As well as official documents setting out language policies, there have been many debates and discussions about Multilingualism. This section summarizes some of the main ones.
UK Debates Post 2001
Other unofficial, but influential documents about language policy in the UK include the Agenda for languages which was launched in 2001 – The European Year of Languages, and A new landscape for languages (2003) which analysed the changes taking place in particular for Higher Education.
These debates provided the groundwork for significant policy developments between 2000 and 2010, in all parts of the UK.
The period between 2010 and 2016 has seen a reduction in support and funding for languages in the UK, and a less strategic approach overall. This has not, however, diminished the importance of languages or the interest in languages within the UK. Through organisations such as ALL, UCML and the CIOL as well as SALT and SCILT in Scotland and NICILT in Northern Ireland, debate continues. New associations, notably Speak to The Future and the All Party Parliamentary Group (APPG) on Languages have also taken up the baton. The British Council has also taken a much more active role on languages. Some important documents have been an OFSTED report on languages (2012), a British Council Report on Languages for the Future, the “Born Global” programme funded by the British Academy and the annual Language Trends review published by the British Council. The APPG on Modern Languages also produced a Manifesto for languages at the time of the 2015 election which received considerable support, and most recently produced a new policy document Brexit & Languages.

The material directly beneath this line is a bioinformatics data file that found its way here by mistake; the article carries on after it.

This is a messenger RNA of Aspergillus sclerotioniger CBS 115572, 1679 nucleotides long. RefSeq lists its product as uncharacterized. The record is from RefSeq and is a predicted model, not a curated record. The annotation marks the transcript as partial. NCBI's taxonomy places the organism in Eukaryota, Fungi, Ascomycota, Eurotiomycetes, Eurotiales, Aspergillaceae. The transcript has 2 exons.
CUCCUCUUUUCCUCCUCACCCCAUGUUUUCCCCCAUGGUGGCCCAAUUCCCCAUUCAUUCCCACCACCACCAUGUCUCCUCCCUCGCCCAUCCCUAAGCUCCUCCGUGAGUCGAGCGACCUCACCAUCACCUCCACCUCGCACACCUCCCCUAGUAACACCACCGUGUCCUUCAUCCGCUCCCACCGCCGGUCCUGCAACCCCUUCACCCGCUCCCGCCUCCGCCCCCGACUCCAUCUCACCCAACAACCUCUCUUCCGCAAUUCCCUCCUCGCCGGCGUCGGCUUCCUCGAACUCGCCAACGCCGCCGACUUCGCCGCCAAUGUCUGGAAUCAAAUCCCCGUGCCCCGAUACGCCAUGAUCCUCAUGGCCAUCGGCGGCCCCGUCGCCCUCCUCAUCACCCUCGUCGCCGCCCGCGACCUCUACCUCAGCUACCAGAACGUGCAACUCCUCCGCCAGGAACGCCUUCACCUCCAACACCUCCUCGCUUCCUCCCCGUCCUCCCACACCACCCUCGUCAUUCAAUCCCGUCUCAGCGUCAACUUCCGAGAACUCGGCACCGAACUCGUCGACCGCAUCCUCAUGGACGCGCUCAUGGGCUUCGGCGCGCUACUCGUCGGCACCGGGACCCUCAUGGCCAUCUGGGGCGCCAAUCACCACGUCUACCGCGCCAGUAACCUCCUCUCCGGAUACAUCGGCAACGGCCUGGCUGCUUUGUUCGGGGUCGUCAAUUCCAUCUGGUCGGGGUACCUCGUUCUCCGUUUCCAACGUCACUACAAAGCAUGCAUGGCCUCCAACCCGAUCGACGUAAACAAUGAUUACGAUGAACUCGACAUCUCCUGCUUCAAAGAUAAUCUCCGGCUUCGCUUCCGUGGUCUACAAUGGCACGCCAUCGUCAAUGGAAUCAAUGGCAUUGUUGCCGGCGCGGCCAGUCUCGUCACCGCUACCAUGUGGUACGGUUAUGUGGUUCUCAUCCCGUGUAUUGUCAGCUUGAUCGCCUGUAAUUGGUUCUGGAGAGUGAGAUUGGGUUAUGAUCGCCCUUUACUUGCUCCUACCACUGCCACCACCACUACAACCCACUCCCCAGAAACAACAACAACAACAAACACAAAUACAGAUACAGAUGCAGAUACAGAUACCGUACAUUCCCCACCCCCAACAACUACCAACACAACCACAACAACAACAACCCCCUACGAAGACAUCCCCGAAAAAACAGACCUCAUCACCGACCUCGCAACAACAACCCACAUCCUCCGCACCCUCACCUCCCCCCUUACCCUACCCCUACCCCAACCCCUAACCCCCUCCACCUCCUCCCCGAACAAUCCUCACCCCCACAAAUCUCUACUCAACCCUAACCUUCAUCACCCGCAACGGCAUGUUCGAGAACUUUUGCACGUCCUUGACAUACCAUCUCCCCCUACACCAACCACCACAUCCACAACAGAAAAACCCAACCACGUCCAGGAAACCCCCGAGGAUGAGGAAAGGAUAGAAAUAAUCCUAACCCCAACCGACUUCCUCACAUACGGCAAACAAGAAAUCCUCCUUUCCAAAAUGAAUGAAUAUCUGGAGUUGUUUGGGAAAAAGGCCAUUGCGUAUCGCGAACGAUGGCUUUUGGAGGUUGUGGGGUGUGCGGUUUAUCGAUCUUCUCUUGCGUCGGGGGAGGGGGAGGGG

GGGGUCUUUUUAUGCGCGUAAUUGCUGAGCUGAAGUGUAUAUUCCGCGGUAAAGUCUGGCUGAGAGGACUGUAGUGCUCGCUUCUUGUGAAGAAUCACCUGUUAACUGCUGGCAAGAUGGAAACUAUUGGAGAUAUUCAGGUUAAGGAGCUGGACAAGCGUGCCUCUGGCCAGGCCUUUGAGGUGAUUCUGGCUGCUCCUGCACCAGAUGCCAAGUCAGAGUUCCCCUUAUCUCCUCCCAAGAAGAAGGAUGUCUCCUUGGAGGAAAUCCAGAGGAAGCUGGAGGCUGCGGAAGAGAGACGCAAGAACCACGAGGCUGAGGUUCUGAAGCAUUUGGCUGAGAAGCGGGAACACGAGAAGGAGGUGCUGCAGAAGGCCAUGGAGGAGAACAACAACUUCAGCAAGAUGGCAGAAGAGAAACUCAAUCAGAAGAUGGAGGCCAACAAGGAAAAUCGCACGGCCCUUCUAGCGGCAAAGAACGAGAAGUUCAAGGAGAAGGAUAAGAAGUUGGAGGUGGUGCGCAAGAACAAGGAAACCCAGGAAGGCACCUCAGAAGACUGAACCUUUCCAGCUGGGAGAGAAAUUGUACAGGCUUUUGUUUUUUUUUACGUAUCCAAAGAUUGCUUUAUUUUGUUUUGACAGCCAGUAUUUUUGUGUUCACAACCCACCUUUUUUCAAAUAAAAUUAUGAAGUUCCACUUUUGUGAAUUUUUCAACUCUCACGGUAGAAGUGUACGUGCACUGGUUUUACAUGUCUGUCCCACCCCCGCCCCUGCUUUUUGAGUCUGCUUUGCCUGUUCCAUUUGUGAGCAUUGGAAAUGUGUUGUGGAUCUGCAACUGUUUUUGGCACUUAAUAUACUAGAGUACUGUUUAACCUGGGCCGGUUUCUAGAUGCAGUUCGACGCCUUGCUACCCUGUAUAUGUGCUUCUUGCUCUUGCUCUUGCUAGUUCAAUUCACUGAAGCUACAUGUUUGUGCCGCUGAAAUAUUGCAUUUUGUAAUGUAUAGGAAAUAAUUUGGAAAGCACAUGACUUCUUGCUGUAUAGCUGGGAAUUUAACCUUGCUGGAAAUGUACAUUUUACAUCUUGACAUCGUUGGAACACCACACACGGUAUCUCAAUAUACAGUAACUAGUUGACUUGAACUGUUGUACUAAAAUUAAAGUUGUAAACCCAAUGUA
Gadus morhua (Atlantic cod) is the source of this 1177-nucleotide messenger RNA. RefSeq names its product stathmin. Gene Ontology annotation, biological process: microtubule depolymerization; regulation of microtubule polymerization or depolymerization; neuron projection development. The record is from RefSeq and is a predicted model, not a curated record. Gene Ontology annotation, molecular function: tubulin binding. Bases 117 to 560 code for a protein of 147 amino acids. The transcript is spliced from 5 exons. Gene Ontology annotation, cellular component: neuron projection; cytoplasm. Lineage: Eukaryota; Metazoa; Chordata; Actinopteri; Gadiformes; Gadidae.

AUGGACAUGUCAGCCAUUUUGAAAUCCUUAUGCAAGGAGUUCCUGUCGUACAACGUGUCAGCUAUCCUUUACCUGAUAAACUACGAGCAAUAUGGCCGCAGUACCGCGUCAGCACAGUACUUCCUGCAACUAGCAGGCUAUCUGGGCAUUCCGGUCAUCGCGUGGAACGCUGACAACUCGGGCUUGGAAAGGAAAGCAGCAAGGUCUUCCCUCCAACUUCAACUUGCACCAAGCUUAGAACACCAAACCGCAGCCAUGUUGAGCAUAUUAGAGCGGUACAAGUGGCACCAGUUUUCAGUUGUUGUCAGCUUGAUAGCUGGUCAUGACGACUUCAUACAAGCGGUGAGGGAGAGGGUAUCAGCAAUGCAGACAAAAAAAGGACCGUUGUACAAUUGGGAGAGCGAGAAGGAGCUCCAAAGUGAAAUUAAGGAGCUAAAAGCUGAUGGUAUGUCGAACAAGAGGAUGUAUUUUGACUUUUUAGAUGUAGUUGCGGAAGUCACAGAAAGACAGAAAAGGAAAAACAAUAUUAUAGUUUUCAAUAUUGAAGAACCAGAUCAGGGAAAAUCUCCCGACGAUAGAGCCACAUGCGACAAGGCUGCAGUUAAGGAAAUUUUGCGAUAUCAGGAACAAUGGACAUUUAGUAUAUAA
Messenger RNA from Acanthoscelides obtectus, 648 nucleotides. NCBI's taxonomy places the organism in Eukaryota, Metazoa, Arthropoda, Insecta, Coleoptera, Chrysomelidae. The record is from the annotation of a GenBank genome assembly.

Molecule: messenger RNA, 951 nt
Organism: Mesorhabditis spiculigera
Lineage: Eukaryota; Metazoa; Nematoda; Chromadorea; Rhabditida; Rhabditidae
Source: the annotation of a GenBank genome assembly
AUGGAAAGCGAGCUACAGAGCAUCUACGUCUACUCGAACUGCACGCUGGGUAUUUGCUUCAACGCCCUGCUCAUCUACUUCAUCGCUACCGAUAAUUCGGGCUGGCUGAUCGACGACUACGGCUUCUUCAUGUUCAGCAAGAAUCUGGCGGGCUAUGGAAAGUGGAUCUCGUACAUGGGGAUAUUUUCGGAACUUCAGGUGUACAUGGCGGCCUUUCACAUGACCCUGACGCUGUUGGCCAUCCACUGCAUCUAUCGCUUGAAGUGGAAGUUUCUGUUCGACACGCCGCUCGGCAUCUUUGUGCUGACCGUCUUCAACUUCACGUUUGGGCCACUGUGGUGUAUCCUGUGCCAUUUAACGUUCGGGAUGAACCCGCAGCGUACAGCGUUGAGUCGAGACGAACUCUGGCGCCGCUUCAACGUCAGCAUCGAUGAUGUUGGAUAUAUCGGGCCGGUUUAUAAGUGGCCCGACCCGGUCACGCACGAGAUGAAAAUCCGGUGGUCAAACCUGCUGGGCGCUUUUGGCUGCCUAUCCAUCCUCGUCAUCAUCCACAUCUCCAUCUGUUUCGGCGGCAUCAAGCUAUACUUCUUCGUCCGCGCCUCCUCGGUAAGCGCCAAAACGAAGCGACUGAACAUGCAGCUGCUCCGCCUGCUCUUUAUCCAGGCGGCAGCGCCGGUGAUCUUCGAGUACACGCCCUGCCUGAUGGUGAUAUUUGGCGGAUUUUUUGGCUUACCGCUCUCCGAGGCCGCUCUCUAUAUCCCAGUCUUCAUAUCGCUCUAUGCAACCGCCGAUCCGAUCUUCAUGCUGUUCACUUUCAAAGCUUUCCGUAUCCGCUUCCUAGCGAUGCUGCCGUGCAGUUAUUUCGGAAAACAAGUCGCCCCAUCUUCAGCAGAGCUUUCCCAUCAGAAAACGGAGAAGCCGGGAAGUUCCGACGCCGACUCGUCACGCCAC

Since 2008 there have been no significant official publications on language policy, and multilingualism has been downgraded in the European Commission. The Council of Europe has also reduced staffing and resources devoted to language policy, although the ECML continues to be active in the sphere of pedagogy and innovation.
A Rewarding Challenge
Following the publication of the Action Plan, a major contribution to the debate about multilingualism was published in 2008 – A rewarding Challenge – how the multiplicity of languages could strengthen Europe. Written by a Group of Intellectuals for Intercultural Dialogue and chaired by Amin Maalouf, the report sets out a number of interesting proposals about cultural identity, diversity and fundamental values including the idea of a “personal adoptive language”. Although presented to and discussed by the education Ministers of the EU, this document is not part of official policy but a stimulus for debate.
Despite an observable official retrenchment, there continues to be much debate on European multilingualism – on the basic policy of Mother Tongue plus 2, on the role of English and on migrant languages for example. The Council of Europe also has promoted discussion around the The Languages of Schooling and Migrant languages.
A recent overview of language policy in Europe is the “Languages in Europe – Theory, Policy and Practice” (LETPP) project and publication which proposed a new model for language policy in Europe. Similar themes were developed by Language Rich Europe, a British Council coordinated project which reviewed language provision across Europe and made a number of key recommendations for change to the European Commission.